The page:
How did “Finding Home” come about?
“Finding Home” was one of those stories where the first line popped into my head while I was at work, and I just had to know where it led from there. I knew from the outset that, even with an opening about a family fleeing their reality, it needed to be positive, and have a happy ending.
What role did the awesome productivity tool Habatica play in the creation of this story, and how do you use it to boost your creativity in general? It’s such an open-ended way of questing for getting stuff down, how do you min/max it?
I love Habitica! All the avatars and pets and mounts and monsters are just so cute. I tend to use it for positive rewards—so setting up habits with a positive side only means that when I do something, I get XP and gold or loot. And if I didn’t do something, well, nothing happens. I dislike punishment systems since I don’t find that helpful to me at all. I keep the dailies to a minimum, and don’t involve writing in that column. I can’t write every day, and that’s fine, so I keep the writing-focused goals (habits or to-dos) separate. Habitica is awesome for allowing lots of customization for whatever process works for you. Also? I just got a blue T. rex and it is ADORABLE.
I loved your essay “I Don’t Want Your Queer Tragedy: A Parable.” This story, and your body of work overall, engages with the important mission of EVERYONE SHOULD SEE THEMSELVES IN HAPPY ENDINGS! Why do you think some straight writers are so fond of killing queer characters?
Society and wider narratives, whether written or visual or both, have for a long, long time framed queerness as something wrong or tragic. Of course this is a lie. The problem is that, to varying degrees, we’re all taught by culture or fiction narratives that only cishet people (often white, usually male) deserve positive endings to their stories, or can go on when the story ends. The trope of “tragic queers” is, for me, incredibly toxic, because when that was all I saw as a small!Merc, I did not think I was allowed to grow up or live or look forward to a future if I wasn’t straight and cis.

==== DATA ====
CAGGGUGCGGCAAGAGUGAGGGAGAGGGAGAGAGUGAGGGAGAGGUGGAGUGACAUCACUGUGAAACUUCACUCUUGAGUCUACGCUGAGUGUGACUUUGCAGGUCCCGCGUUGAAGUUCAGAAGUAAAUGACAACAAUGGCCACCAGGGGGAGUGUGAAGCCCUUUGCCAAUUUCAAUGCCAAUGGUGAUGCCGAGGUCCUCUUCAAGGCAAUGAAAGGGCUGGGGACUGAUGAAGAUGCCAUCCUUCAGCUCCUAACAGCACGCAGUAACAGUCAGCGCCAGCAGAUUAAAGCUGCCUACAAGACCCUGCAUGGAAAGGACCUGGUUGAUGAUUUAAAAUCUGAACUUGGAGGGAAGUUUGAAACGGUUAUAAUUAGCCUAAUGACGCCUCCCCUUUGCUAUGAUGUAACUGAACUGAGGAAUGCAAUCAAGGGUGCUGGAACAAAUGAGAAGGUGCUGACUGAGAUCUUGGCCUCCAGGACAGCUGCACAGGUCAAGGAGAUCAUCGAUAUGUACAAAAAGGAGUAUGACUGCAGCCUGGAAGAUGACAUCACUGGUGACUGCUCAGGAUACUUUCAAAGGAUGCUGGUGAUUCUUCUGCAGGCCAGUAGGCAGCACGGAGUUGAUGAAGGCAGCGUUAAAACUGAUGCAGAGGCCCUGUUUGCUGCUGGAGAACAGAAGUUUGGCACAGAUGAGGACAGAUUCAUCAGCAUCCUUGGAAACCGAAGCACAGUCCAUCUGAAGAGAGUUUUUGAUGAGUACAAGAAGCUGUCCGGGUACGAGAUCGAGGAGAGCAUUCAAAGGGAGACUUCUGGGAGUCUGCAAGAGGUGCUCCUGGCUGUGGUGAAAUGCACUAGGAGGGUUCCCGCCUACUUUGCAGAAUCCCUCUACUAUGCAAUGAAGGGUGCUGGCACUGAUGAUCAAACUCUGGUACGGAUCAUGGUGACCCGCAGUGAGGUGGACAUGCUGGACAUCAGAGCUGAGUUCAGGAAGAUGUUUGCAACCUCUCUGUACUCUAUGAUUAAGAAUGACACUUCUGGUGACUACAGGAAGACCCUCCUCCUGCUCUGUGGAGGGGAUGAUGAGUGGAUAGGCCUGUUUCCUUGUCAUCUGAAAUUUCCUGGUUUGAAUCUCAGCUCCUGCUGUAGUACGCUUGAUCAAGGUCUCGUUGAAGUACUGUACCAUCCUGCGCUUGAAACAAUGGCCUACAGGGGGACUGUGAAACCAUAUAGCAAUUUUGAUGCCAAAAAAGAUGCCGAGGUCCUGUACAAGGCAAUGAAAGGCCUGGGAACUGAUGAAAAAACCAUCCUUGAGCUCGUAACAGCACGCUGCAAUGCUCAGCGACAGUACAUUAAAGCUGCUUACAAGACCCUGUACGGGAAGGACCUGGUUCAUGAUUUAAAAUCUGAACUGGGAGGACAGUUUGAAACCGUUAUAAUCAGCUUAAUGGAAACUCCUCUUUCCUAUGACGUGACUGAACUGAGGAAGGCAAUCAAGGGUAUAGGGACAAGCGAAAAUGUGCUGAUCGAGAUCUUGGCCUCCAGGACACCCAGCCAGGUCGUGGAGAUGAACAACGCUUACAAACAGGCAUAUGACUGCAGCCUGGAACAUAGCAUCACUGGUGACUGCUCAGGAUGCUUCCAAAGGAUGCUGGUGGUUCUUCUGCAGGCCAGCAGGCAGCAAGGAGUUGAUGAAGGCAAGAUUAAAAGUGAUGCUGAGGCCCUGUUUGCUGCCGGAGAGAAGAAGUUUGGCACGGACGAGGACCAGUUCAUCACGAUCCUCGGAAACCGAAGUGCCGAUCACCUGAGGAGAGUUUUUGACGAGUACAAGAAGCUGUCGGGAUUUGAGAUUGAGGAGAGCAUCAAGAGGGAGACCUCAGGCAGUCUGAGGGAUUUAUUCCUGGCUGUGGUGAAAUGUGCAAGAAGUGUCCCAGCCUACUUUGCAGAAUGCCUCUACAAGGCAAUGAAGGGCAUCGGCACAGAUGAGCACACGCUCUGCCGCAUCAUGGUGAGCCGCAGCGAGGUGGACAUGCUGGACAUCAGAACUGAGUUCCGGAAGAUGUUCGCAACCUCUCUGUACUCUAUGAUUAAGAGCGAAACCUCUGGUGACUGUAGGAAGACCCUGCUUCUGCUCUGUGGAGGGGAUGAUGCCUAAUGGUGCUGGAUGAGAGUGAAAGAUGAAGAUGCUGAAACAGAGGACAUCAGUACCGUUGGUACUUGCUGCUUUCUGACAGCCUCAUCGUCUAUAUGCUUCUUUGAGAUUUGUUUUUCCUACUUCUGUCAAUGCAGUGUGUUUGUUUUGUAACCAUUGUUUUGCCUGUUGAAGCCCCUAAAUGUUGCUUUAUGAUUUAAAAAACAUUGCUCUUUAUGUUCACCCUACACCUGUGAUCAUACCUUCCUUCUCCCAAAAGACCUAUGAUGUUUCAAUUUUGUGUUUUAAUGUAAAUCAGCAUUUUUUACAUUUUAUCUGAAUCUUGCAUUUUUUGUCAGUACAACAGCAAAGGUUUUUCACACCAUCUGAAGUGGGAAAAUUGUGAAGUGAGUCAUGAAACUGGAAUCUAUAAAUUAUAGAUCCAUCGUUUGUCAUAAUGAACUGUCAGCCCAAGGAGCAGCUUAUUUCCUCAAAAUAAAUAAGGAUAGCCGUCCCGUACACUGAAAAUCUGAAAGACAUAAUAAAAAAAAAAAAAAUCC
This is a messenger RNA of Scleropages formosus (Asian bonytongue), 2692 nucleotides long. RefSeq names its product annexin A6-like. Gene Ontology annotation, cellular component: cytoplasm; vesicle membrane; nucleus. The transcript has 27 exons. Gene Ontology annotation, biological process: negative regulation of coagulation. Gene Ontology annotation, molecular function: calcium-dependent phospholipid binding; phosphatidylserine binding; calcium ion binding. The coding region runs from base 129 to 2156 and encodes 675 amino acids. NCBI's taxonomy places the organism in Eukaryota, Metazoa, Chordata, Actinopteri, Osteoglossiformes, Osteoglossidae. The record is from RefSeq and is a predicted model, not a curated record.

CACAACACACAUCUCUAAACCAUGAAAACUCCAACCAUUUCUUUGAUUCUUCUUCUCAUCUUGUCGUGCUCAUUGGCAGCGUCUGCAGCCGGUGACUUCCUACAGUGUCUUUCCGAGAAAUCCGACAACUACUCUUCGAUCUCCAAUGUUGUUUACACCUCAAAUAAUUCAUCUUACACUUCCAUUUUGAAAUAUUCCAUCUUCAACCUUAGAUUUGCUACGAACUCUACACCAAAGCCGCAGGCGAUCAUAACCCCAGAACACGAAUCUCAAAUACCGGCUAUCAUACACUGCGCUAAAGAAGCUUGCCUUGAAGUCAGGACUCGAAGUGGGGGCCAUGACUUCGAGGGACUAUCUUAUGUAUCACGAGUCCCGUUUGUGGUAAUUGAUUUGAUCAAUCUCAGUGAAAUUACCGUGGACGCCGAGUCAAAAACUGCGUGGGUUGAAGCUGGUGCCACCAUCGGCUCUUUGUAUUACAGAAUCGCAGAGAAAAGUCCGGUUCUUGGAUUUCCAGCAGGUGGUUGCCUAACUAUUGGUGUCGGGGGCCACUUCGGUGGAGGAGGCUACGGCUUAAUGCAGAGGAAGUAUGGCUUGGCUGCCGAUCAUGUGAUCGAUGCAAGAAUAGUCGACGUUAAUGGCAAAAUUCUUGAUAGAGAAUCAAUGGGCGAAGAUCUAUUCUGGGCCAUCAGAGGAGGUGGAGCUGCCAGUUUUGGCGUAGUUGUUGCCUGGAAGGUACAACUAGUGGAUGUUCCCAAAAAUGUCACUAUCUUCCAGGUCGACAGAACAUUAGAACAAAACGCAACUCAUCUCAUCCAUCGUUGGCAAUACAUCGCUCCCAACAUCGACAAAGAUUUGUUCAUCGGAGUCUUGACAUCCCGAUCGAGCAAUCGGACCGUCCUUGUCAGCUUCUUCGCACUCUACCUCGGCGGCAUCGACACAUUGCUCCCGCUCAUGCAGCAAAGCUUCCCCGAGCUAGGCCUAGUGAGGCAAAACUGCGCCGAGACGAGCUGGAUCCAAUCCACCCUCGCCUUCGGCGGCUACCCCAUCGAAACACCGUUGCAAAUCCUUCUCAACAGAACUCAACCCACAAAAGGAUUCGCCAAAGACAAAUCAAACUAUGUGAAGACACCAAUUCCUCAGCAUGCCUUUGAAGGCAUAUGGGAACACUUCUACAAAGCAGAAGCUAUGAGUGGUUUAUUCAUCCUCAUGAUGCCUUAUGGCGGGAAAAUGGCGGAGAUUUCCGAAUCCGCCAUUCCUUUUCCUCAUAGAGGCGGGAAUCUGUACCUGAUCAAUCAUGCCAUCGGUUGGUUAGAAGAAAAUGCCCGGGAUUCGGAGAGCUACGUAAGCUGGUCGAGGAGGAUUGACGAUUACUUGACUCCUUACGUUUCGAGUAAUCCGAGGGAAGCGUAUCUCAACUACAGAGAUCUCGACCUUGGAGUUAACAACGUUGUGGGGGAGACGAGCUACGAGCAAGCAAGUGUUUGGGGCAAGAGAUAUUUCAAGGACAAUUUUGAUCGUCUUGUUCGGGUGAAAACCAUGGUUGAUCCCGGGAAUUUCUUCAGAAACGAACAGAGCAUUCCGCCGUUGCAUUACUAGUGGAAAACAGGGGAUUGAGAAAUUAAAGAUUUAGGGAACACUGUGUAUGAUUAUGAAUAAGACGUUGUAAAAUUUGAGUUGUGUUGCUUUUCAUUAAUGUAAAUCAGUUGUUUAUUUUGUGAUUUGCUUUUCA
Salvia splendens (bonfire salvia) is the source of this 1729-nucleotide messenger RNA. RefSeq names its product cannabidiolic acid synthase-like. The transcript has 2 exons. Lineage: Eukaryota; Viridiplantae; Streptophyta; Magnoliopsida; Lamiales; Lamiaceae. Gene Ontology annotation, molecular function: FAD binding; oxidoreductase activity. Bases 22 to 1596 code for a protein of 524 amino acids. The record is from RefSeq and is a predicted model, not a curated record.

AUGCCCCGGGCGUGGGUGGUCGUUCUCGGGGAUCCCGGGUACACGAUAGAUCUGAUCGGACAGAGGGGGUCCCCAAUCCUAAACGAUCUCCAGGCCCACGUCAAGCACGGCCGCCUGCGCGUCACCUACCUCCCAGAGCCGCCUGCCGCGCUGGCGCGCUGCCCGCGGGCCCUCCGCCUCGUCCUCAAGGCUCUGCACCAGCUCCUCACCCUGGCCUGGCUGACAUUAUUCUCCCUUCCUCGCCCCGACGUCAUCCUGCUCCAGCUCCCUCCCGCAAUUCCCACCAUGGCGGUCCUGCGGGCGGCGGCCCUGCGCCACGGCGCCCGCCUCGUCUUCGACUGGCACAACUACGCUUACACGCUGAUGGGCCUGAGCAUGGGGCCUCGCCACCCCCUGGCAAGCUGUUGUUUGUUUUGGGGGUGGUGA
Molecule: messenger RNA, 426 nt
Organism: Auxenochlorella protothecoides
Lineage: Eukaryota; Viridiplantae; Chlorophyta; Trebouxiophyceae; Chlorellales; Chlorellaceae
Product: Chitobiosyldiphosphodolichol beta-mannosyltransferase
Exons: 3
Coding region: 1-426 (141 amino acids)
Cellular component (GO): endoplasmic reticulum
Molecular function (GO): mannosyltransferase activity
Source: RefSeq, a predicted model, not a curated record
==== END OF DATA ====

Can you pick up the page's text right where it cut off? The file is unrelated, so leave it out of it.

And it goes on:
So, I try to believe that for most straight authors, it’s not malicious (I know sometimes it is, and this makes me so sad). Perhaps it’s unconscious bias, unexamined mindsets, ingrained beliefs that are never questioned—whatever the case may be, if it’s ignorance, at least that can be adjusted, if the author wishes to learn and do better.
The question I would ask most straight authors who feel a need to include tragic queers is: “Why?” Why do you feel this is necessary? Why do you feel this is your story to tell? Can you not see us alive, with a future, and happy? Or do you not want to see us that way?
It’s incredibly hard to envision a future for yourself when you are told, explicitly or implicitly, to your face or through stories you want so badly to see yourself in, that you don’t deserve to exist. We need more empathy, compassion, kindness, hope. We need to see ourselves with a future.
Each choice in a story—who to include, who lives, who is happy—says something. If your story kills off the only queer people shown, what do you think that tells the young queer reader who’s turning the pages, hoping they don’t see themselves dead yet again? Please consider what you are saying when you write.
Stories are powerful; they can change lives. I want so much for more stories to offer hope for us to live.
For queer (and non-queer) readers yearning for stories about queer characters that aren’t tragedies, what stories or lists do you recommend? What are you reading right now?
I’m following a couple comics, like Eth’s Skin (eths-skin.com) (which has a non-binary protagonist and a cute queer mermaid and an ace guy and a cranky selkie and is just ADORABLE!), and O Human Star (ohumanstar.com) (gorgeous, queer, adorable SF!). In the short fiction scene, I tend to follow recommendation lists by fellow queer and trans writers, such as what author Bogi Takács (prezzey.net/speculative-fiction) curates with #diversestories and #diversepoems hashtags on twitter (you can find em at: @bogiperson); I love what Nebula-nominated author Rose Lemberg (roselemberg.net) is doing in their Birdverse series of stories; when I come across stories I love, I try to promote them—usually on Twitter or Facebook—because it always delights me when I find wonderful things.
You’ve written on your blog about having auditory/sensory issues. How do you think this has influenced your writing process?
It’s definitely affected where I can physically write. Super bright or florescent lights are painful for extended periods of time (over thirty minutes at a stretch). I like dimmer settings, or natural lighting, so windows are great if they allow in daylight. For auditory, this is actually a bigger issue than lights for me—I can’t deal with unfocused sound. So, for example, I love music that has a strong beat, and I will listen to Rammstein at high volume all the time, but I can’t handle crowded spaces where everyone is talking, or there is a high reverb quality (large spaces, or venues with echo-y rooms) because that’s painful. I need to control the volume of sound, and the specific kinds of sound. Total silence is good. I bring earbuds or headphones pretty much anywhere I go so, if needed, I can either mute out some of the ambient noise, or else cancel out whatever sounds are hurting me with music that I’ve specifically picked and am familiar with. (This is also why I can’t listen to the radio and dislike being in spaces where there is music on the overheads—unfamiliar, or even familiar songs I dislike, are difficult to cope with for more than a few minutes at a time due to having to process the audio.) So, yeah. As long as I can control the auditory input, I can work with or without music, though I do prefer to write to music.